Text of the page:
This is a one day at a time program. One day at a time I work this program in my life and build my own evidence to prove the fact that it works. I acquire experience strength and hope. The hope in things not seen, not right in front of my face, but because of my faith I can trust like I trust a chair will hold me up when I sit in it. I could have never imagined my life today, how it opened up once I put the drugs down and how truly beautiful it is. I can get through situations clean. My grandfather, who was also my friend, passed away and I didn't use. It's difficult at the time to see the good in a situation like that but after it passed was when I realized the blessing. I got through it clean. I was able to comfort and be present for my family; something I was never able to do. Its experiences like that, obstacles that become stepping stones which I make mental logs of as evidence. It all works together as experience which becomes growth. I've done service for NA which I wasn't too keen on, only later to find out I actually loved it. My brother travels for work and when he's in an exciting new city or peaceful countryside he will take a video with his phone, and send it to me. The video will be him scanning the view while telling me to take in the scene. Take it in, John. It's kind of funny but I relate that to my experience with recovery. I can't make someone else's experience my own. I have to experience it for myself, make my own video footage to take in, and if and when I do share my experience, strength, and hope it will be to build up a fellow addict with love as the primary drive. Love is foundational. I wasn't only given a fish, I remained teachable, and was taught how to fish.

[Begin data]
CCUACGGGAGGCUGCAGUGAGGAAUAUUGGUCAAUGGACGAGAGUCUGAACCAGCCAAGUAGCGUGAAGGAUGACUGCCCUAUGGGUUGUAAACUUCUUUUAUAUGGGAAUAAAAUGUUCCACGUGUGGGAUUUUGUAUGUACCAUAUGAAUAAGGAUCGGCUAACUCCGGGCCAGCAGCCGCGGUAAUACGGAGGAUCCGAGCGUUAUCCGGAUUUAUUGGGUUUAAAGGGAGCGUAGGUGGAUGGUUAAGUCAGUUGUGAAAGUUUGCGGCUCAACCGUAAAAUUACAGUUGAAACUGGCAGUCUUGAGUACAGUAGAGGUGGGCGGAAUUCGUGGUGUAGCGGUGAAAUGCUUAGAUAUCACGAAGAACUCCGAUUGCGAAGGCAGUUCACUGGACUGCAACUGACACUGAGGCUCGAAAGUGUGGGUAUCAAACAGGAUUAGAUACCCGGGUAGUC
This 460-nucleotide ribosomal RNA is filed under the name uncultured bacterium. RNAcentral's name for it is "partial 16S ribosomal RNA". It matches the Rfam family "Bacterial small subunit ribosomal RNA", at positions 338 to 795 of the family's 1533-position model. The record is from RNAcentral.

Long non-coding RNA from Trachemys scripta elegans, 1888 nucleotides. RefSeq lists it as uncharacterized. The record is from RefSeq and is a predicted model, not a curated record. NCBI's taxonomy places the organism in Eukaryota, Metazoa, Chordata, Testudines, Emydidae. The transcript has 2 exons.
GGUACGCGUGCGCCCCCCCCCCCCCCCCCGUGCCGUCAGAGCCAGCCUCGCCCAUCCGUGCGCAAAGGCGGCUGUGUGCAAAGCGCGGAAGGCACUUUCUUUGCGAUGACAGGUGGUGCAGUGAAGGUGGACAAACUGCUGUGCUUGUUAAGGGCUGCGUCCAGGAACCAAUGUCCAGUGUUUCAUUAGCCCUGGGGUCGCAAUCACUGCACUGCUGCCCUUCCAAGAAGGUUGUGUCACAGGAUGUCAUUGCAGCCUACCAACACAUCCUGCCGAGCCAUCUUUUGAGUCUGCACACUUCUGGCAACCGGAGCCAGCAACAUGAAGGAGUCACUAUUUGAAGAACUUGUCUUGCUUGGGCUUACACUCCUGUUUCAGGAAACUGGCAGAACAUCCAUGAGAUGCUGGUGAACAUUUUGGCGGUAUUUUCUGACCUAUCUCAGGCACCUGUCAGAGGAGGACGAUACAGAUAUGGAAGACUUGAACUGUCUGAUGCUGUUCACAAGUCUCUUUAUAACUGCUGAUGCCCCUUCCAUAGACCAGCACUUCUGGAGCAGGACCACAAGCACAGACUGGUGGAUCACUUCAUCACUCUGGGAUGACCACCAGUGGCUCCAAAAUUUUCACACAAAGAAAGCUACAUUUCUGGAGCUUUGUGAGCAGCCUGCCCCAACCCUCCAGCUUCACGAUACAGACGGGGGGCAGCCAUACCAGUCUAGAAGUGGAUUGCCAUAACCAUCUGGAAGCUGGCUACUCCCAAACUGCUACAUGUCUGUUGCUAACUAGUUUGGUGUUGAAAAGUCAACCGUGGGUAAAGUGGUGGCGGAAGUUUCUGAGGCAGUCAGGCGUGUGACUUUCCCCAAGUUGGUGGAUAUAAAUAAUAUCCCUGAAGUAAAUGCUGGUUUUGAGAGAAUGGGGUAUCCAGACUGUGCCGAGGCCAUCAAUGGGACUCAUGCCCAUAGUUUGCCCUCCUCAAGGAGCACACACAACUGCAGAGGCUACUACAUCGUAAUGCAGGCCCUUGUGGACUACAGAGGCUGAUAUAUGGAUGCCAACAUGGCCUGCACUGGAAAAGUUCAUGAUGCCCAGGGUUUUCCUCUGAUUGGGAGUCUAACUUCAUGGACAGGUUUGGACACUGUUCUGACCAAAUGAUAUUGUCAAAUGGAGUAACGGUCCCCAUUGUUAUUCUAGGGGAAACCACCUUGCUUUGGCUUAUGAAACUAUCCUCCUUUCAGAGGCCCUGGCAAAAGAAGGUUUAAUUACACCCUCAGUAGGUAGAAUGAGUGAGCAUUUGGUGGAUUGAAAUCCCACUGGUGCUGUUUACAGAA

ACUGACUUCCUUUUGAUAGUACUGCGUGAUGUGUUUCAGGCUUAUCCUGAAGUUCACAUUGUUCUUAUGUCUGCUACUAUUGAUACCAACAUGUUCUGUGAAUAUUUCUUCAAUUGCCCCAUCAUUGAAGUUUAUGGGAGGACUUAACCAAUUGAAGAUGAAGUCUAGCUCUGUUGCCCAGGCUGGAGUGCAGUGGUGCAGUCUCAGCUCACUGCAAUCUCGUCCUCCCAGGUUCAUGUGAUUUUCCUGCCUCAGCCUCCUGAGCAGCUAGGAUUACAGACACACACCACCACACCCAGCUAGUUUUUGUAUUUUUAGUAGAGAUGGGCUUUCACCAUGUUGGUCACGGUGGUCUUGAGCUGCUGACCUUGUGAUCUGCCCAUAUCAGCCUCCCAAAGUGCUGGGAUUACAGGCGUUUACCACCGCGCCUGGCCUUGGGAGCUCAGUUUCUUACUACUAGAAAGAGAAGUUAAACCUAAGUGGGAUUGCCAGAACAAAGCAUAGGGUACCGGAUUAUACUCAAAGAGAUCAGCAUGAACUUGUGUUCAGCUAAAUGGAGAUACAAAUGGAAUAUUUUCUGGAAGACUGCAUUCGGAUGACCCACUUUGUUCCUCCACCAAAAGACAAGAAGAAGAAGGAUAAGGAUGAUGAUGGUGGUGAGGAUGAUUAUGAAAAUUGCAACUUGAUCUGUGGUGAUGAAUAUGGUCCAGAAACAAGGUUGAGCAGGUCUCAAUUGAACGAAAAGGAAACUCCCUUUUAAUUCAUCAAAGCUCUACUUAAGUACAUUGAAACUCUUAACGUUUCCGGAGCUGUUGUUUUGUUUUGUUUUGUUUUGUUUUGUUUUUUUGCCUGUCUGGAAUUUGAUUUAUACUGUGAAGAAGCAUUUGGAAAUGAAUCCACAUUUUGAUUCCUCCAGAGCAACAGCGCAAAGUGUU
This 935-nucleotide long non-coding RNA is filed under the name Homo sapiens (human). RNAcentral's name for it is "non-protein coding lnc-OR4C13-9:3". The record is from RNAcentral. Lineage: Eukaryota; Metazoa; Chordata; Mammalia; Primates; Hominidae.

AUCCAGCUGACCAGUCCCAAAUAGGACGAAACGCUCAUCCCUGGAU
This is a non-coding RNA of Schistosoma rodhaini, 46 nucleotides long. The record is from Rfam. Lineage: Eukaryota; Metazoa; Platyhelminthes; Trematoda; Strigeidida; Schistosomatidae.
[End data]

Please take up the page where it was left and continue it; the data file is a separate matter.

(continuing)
Today, in recovery although I use restraint, I don't feel held back by anything. The wave after wave of fear that crashed on the shore of my soul have now become waves of grace. One day at a time I can live in that grace. Sure, I may not be where I want to be but I'm on my way. The bed I sleep on today is a step up from my bed in rehab, which was a step up from the cot in jail, which was a step up from the bench I slept on outside a strip mall. I work this program in my life, have a relationship with God, and keep a grateful heart. I keep spiritual principles in my life, and at times they act as spiritual weapons against my disease. These are tools I learned in recovery that help me stay clean. What can the disease do against thankfulness? Nothing. I was the kid they said who would never clean his act up. But here I am, sharing my experience, strength, and hope.
I want to thank God and Narcotics Anonymous for everything.
Thank you for letting me share.